The Mars Science Laboratory (MSL) team in the MSL Mission Support Area reacts after learning the the Curiosity rover has landed safely on Mars and images start coming in at the Jet Propulsion Laboratory on Mars, Sunday, Aug. 5, 2012 in Pasadena, Calif. The MSL Rover named Curiosity was designed to assess whether Mars ever had an environment able to support small life forms called microbes. Photo Credit: (NASA/Bill Ingalls)
So we’ve got this rover we want to put on the surface of Mars, right? And in the past, the things drop out of the sky in their shipping containers, wrapped up in what is basically space-bubble wrap. They fly in on parachutes and then hit the ground, bouncing around for a minute, and then the bubble deflates and the box unfolds and bingo, instant Martian rover.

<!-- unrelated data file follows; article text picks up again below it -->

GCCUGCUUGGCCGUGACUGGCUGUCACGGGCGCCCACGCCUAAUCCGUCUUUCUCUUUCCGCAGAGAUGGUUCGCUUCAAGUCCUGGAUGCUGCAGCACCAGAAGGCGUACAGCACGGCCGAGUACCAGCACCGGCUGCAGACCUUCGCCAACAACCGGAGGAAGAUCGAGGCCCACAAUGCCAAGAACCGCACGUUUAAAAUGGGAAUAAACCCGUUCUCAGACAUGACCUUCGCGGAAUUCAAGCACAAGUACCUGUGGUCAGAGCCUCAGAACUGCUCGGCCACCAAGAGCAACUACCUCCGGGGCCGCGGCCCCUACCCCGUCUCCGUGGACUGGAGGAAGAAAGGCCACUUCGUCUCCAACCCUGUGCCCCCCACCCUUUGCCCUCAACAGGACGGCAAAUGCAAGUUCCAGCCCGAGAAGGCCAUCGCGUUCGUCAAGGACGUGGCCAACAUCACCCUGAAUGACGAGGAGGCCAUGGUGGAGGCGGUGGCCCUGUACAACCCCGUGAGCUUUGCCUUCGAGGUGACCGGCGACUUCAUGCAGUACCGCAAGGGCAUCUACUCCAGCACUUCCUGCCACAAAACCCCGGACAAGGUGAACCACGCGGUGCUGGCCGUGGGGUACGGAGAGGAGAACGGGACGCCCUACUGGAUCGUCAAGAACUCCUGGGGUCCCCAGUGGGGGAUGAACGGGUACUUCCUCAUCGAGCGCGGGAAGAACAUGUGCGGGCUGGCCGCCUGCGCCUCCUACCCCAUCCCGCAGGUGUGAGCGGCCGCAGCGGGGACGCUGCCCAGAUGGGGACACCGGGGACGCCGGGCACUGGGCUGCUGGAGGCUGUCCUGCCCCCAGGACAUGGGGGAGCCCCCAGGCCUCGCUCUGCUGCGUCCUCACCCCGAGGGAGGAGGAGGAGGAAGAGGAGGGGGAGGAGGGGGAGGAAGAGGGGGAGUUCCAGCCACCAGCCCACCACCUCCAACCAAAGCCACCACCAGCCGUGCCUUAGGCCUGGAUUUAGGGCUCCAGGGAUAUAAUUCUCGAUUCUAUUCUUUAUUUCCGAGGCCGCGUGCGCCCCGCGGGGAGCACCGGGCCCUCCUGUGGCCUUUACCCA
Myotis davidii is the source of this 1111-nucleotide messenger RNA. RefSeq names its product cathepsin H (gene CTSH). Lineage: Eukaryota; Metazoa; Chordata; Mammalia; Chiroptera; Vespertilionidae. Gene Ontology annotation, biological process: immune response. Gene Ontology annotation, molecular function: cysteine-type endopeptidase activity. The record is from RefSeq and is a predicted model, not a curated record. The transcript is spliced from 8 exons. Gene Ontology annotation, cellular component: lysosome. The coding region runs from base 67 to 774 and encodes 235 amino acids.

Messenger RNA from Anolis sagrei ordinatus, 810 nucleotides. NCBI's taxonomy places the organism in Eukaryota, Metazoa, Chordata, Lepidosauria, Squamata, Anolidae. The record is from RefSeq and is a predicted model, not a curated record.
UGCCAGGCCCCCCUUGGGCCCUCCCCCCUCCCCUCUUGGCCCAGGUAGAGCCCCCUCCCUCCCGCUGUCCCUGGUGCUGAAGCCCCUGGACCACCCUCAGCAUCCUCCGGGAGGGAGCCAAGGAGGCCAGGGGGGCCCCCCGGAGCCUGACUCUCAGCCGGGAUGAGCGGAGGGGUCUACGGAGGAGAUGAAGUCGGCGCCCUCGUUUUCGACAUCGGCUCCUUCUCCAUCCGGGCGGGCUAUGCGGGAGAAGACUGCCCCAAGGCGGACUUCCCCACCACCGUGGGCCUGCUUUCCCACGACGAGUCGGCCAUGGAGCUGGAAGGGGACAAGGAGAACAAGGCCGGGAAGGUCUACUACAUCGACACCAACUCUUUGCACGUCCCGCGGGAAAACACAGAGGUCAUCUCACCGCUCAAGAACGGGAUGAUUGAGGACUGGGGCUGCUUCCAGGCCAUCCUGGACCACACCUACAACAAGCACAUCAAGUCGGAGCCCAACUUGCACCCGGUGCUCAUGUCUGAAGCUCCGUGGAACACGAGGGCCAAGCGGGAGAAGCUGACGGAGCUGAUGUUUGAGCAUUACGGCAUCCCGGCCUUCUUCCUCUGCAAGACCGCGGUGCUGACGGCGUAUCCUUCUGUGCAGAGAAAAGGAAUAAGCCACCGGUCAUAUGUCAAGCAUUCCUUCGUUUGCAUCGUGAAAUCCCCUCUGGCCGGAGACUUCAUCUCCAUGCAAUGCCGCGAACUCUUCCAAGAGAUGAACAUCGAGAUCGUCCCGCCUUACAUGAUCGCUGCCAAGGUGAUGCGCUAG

Now though, the rover is the size of an SUV. Nine feet long, seven feet wide. So what’s NASA gonna do? Lower it from a rocket crane 21 feet up above the surface of Mars. And that’s only if its supersonic parachute works. And the whole time, it’s gotta do it on its own, because it’s too far away to control in real-time.
Space is awesome. NASA is awesome. Let’s land a robot!
Opportunity, which arrived on Mars in January 2004, is currently driving toward a crater called Endeavour - a drive that will last TWO YEARS, if the rover can survive that long. And considering that it was only designed for a 90-day mission, that ain’t so bad.